MANCHESTER, NH – Most teens hope to get a car when they turn 16. Trinity High School sophomore and musician Eliot Lawrence has a 140-year old pipe organ to tell his friends about.
Eliot, along with two of his friends, his dad Brian Lawrence and two organ builders from Andover Organ Company, hauled a George Ryder Opus 32-pipe organ from a rental truck into its new home, the Beacon Building at 814 Elm Street in Manchester on Saturday. The elder Lawrence owns the atrium-style professional office building that houses dozens of business tenants, a restaurant and a radio broadcast studio. The organ was disassembled earlier in the day and delivered to Manchester in hundreds of carefully-packed pieces. Many of the metal facade pipes contain original art stenciling.
“We worked on this a good six, eight months now,” Brian Lawrence says of their search for the instrument that is rarely seen outside a church. “Eliot plays the organ at St. Marie’s parish, an incredible organ. We got in touch with the people that had restored that and (who) service it. We gave them an idea that we were looking to try to find one and incorporate it in the office building. He referred us to Andover Organ.”
That connection eventually led to the recently-closed Community United Methodist Church in Byfield, Mass. With a dwindling congregation attending services, the church closed its doors last November after 112 years, leaving the classic pipe organ silently gathering dust.
Lawrence would not disclose what he paid for the relic and its rebuilding, but hinted at what a new comparable pipe organ might cost.
“To have something built like this could be in the $200,000 range, easily. This is one that we really saved. The church had closed, so we really worked it with the Pastor there and were able to do a good deal with him,” he says.
“It’s the only organ that’s been in that (church) building but it was in another building before that. It was built in 1875 and put there in 1902 when the building was new,” says Andy Hagberg of Andover Organ Company, who, along with fellow organ builder Ryan Bartosiewicz, tore down the organ and prepared it for its imminent resurrection in Manchester during the first few weekends in October. It will be rebuilt on a platform at the north end of the Beacon’s second floor, in full view of the open concept building’s tenants and guests.
For most people, the thought of dismembering a complex instrument and putting it back in working order is a bit more intimidating than assembling a new bike on Christmas morning.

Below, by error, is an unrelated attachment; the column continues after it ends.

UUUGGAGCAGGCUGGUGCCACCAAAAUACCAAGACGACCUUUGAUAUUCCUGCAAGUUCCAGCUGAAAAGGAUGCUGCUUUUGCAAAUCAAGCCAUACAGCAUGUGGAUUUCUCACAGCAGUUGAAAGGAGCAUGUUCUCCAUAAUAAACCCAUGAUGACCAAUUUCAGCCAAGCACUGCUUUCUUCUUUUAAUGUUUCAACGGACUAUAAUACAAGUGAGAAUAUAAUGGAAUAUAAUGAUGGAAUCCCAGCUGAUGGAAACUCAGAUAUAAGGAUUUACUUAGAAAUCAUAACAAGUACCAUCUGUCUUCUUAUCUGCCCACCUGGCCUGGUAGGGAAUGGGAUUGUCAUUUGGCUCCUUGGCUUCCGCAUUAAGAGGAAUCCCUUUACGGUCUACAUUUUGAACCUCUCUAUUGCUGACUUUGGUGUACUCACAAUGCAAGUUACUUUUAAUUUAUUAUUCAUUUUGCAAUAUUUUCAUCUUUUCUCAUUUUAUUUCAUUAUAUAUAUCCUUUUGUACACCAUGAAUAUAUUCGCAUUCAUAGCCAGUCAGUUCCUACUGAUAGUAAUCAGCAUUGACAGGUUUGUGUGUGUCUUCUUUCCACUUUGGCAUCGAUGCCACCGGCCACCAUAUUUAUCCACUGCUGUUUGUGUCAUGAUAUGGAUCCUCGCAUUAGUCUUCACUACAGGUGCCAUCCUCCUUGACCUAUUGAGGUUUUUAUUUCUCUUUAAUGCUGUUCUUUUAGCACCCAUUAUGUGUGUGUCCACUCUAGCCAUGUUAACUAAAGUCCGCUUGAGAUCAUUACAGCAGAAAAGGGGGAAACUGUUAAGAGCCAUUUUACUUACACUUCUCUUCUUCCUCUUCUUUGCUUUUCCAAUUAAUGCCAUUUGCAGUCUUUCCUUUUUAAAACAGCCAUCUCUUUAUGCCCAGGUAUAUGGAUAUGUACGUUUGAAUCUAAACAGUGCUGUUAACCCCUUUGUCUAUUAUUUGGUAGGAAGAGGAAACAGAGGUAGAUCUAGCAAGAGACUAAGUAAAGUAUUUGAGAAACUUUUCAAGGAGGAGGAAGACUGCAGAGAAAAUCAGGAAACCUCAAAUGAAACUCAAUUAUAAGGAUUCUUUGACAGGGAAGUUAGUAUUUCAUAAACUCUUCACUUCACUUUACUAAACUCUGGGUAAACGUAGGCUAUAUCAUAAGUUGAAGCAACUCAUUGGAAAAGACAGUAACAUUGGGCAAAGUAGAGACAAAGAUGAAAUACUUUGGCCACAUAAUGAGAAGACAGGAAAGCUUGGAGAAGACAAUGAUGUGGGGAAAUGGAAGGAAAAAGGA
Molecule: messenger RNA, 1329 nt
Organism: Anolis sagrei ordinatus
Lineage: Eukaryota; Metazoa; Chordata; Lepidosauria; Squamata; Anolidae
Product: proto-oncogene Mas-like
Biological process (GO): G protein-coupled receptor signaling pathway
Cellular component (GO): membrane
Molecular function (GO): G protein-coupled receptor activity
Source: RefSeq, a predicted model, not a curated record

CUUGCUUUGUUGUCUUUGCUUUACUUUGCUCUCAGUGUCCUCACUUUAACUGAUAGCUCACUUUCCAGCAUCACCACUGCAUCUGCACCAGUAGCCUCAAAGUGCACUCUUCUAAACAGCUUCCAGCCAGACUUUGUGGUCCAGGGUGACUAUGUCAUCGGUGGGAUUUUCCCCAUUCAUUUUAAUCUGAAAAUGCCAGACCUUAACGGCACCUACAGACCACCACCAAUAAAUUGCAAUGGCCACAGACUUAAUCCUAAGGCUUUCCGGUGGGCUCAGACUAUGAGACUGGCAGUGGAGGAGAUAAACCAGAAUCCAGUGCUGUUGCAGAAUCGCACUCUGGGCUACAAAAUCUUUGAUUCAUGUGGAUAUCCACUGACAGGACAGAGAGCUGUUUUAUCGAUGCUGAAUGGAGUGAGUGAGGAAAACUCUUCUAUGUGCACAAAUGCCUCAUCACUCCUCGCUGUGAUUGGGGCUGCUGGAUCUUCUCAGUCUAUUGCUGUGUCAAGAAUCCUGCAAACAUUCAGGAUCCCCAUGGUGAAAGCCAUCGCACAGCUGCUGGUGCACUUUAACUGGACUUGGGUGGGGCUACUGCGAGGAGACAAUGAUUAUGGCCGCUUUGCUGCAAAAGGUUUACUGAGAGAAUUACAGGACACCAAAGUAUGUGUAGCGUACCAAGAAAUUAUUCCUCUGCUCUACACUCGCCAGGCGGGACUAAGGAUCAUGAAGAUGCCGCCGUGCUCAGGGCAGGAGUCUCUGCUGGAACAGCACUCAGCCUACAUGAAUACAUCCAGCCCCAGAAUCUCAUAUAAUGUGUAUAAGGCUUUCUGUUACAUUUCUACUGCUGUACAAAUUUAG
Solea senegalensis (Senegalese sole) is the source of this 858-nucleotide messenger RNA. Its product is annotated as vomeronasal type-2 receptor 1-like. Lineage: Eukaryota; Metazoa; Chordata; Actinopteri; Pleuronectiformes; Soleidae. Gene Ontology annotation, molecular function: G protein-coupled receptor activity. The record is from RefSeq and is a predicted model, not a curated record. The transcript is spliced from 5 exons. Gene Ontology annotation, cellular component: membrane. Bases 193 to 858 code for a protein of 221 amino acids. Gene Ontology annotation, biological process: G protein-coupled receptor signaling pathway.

“It’s like putting 58 bikes together on Christmas morning,” Hagberg says with a laugh.
As far as acoustics are concerned, Bartosiewicz is not concerned.
“It was in a fairly acoustically dry room. This room has a little bit more reflection. There are hard surfaces, the brick, everything is a hard surface. I expect it to sound pretty darned good,” he says.
Bartosiewicz, an organist/choir director who plays organ at St. George’s Episcopal Church in Durham, adds, “I’ll be doing all of the setting (of) the temperament and tuning, so I’ll get a chance to sit down and play. I’m looking forward to it. I’ve never played an organ in an atrium before.”
The Beacon Building may be the first commercial office space that comes with its own Ryder Opus 32-pipe organ, but Macy’s in Philadelphia boasts an organ with a mind blowing 28,500 pipes that is played in the Grand Court of the Wanamaker building at Macy’s Center City. Purchased in 1909, the former St. Louis World’s Fair pipe organ comes with six manuals and pipes that give it capabilities of three symphony orchestras, according to the Macy’s website. It is played twice daily.
If all goes well, majestic music will be bellowing soon from the Beacon Building by the masterful keystrokes of Eliot Lawrence, whose dreams include a life filled with music after what he hopes is a Julliard or Berkley education.
“I do plan on pursuing a career in music. A dream of mine is to become an orchestral conductor,” says Eliot. He recently started as the organist/pianist for the 4 p.m. Saturday Mass at St. Catherine of Siena parish. And what will be the first piece Eliot will pipe out of the new old organ?
“I’ve given it some thought. I’d have to say I’m definitely going to play Phantom of the Opera, starting that off as the overture to really kick off as the first song.”
So, dad, will there be any further stage effects for Phantom?
“Maybe we’ll have to look for a fog machine,” says his dad, laughing. “Yeah, we could do that.”
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